My colleague Alyce Lomax provided us a snapshot view of its latest results. Now, I must admit, when you see numbers like 18% top-line growth and a 5.7% increase in comps, you wonder what all the negative fuss is about. Plenty of retailers that would love to have numbers like this -- Hot Topic
One of my favorite Michael Jordan quotes: "I've missed more than 9,000 shots in my career. I've lost almost 300 games. Twenty-six times, I've been trusted to take the game-winning shot and missed. I've failed over and over and over again in my life. And that's why I succeed." In this latest version of a Folly Volley breakdown, my friends Hank (the cynical cowboy) and Bodhi (the surfer enthusiast) and I (a rational-minded Fool) will dive into the retailer's most recent conference call for greater detail on its current challenges and how it plans to address them, putting Chico's back at a championship level of performance.
A fashion miss
Jeremy: The lower-than-expected results in the second quarter appear to be snowballing as Chico's enters into the second half of the year. CEO Scott Edmonds stated in the call, "August is a disappointment to all of us." It seems that Chico's will experience its first negative comps in more than nine years.
We know one of the fashion misses was due to a lack of "wear now" merchandise on hand. Ironically, after our most recent analysis of Ann Taylor's
Hank, can you provide us more detail on this fashion miss, and how Chico's plans to address it?
Hank: The line was too narrow and seasonal. "Wear now" sounds like just what it means, clothing that can be worn on the go, anytime -- think jeans, for example -- and Chico's simply was lacking in this category. According to the Q-and-A portion of the call, other misses include novelty jackets and sweaters. Edmonds added that the August catalog, which shipped out the last week of July, "was too dark and uninspiring."
Beyond design, price points for Chico's products may also be an issue. One analyst queried whether management has given any consideration to reviewing its pricing strategy within the Chico's brand, and Edmonds confirmed that indeed, this is one area of research that management is currently exploring.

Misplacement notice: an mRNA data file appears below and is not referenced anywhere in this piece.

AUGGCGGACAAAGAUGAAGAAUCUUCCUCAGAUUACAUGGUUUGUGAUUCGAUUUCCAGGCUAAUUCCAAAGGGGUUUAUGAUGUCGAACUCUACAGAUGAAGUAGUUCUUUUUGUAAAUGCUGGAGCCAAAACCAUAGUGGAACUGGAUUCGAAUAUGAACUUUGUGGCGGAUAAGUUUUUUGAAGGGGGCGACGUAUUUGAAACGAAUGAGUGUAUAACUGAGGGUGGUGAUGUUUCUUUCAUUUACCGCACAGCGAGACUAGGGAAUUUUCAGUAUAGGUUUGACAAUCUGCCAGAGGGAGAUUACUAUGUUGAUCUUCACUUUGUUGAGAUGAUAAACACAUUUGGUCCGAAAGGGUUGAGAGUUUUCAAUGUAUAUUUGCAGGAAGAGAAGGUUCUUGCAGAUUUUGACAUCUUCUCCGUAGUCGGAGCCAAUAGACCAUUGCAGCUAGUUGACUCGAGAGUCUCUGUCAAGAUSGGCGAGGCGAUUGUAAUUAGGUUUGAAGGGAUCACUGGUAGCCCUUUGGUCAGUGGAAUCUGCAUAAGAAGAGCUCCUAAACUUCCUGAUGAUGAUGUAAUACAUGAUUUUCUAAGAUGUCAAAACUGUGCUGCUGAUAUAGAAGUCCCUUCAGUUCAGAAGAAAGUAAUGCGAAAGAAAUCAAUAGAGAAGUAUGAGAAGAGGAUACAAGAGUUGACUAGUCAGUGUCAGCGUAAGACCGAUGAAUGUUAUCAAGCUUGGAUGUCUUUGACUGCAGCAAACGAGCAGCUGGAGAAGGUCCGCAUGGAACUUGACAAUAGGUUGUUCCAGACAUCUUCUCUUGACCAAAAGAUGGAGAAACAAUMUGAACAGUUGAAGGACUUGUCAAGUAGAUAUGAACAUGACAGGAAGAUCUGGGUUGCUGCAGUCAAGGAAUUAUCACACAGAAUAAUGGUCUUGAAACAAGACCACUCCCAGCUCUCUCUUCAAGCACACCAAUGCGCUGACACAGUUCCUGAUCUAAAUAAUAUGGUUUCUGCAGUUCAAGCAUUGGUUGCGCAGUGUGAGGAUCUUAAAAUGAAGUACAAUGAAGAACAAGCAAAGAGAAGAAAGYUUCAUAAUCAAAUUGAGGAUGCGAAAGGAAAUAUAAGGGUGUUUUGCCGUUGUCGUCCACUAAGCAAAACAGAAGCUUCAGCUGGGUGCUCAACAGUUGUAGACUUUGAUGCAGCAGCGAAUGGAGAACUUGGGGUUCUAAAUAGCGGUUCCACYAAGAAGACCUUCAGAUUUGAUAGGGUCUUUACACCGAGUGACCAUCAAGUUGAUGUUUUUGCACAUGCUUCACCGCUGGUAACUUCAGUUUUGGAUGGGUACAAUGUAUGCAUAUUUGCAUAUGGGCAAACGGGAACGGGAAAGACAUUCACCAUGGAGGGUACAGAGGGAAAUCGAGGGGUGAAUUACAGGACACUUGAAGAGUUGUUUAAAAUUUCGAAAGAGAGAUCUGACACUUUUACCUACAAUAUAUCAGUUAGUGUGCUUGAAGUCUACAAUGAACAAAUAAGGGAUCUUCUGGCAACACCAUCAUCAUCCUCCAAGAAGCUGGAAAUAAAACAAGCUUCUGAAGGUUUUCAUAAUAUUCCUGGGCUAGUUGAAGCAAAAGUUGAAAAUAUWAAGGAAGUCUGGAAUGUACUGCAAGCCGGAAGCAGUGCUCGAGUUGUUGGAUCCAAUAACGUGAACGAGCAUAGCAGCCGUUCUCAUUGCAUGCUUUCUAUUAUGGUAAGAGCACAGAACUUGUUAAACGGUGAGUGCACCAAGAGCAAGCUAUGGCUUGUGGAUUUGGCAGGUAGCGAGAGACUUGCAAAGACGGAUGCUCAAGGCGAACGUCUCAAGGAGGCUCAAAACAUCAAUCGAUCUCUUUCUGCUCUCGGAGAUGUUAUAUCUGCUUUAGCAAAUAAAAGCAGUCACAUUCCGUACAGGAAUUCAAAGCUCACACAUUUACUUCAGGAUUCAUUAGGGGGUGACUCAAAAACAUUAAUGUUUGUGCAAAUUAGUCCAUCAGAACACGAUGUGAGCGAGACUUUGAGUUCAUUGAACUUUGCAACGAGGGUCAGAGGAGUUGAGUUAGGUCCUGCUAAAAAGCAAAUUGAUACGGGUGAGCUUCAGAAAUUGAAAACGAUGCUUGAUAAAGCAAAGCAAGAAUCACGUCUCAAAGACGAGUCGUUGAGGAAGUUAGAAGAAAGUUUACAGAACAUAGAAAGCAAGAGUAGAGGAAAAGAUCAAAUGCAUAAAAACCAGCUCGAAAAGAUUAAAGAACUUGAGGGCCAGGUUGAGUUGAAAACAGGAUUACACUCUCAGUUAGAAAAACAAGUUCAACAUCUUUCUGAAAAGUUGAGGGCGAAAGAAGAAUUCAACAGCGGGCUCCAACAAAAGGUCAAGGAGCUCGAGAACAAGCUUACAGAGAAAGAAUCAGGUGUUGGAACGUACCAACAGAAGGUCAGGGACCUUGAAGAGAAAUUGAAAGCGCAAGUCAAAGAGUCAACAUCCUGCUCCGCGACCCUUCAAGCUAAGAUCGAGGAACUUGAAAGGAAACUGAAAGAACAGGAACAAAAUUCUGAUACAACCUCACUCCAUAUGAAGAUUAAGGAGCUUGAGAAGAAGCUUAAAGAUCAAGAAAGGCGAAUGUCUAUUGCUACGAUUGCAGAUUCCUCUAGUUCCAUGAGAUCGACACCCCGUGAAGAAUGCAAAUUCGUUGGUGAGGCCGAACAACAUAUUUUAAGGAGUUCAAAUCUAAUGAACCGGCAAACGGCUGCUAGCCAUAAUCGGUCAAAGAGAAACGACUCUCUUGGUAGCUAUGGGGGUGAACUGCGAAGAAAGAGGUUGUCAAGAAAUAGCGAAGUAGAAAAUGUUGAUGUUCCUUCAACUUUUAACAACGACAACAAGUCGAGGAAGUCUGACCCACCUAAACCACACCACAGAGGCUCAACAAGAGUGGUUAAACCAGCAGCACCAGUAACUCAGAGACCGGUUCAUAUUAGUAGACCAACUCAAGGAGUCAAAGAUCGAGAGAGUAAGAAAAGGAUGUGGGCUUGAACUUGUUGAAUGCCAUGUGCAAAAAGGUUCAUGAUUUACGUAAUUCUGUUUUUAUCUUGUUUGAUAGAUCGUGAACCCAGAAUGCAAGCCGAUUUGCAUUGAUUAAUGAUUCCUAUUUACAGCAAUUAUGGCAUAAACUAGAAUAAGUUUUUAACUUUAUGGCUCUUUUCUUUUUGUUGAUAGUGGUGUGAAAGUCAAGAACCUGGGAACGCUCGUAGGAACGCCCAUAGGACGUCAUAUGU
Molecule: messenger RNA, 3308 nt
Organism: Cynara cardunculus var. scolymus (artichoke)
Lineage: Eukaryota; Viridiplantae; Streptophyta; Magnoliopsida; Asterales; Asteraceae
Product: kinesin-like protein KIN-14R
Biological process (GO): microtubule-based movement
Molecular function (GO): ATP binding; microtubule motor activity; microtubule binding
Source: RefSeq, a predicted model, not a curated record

Bodhi: I know the analyst raised an example of jackets that are priced in excess of $150, but I disagree that pricing is the issue. How many months in a row did Chico's achieve positive comps? Hint: It's a ridiculously high figure.
Hank: You got me.
Bodhi: Try 113. CFO Charlie Kleman indicated that Chico's has "put up a positive comp for every one of those 113 months." The evidence suggests that pricing isn't the reason for the poor figures in August. Rather, the design and layout of the merchandise offering is the issue. With the typical heat in the August month, Chico's dropped the ball by transitioning to fall wear too early with apparel that was too heavy, too dark, and out of season.
Leadership is on top of it, thankfully. They brought on a new chief marketing officer, and customers will be able to see fresh changes in the September catalog.
Getting direct to the customer
Jeremy: From the sound of it, the September book is not the only area where we will see changes in Chico's direct business. As it stands, sales from the Web and catalog only make up 3% of the company's total revenue. That is a number management wants to see on the rise.
Over the next six to 12 months, Edmonds asserted that the customer will see new websites, in addition to an improved integration between the catalog, stores, and marketing campaign.
Bodhi: Edmonds did say that the catalog has long been one of the company's best tools to drive customer traffic to the stores. As far as how comps broke down for the quarter, according to Kleman, the number of transactions dropped roughly 2%. So a refreshed direct business approach should help garner more revenues from customers.
Hank: True, but as Edmonds followed up, "We can do everything we can to drive traffic to the store, but we have to focus on conversion." And much of converting that sale is dependent on how the merchandise is displayed. Edmonds admitted that one mistake was with the "pant program," which was pushed to the back of the store to make room for the ill-fated fall lineup. This in effect limited the potential sales Chico's would have received from pants, a category they "were seeing good reaction to."
You can't hold a Jordan down for long
Jeremy: We fickle stock shoppers want everything to be just right, don't we? The right trends, the right price, and the right display -- all vitally important to every apparel retailer. You can bet Chico's has learned some lessons in the recent months, and hopefully it will come out of this experience a better company altogether.
The market has hammered its stock in recent months, and prices have fallen into the teens from a high of near $50. But given this company's history of solid performance, I'd view this sell-off as a serious opportunity to take a closer look at Chico's. Just when you think you have a Jordan-caliber champion down, it's most likely to pull a triple-double on you.
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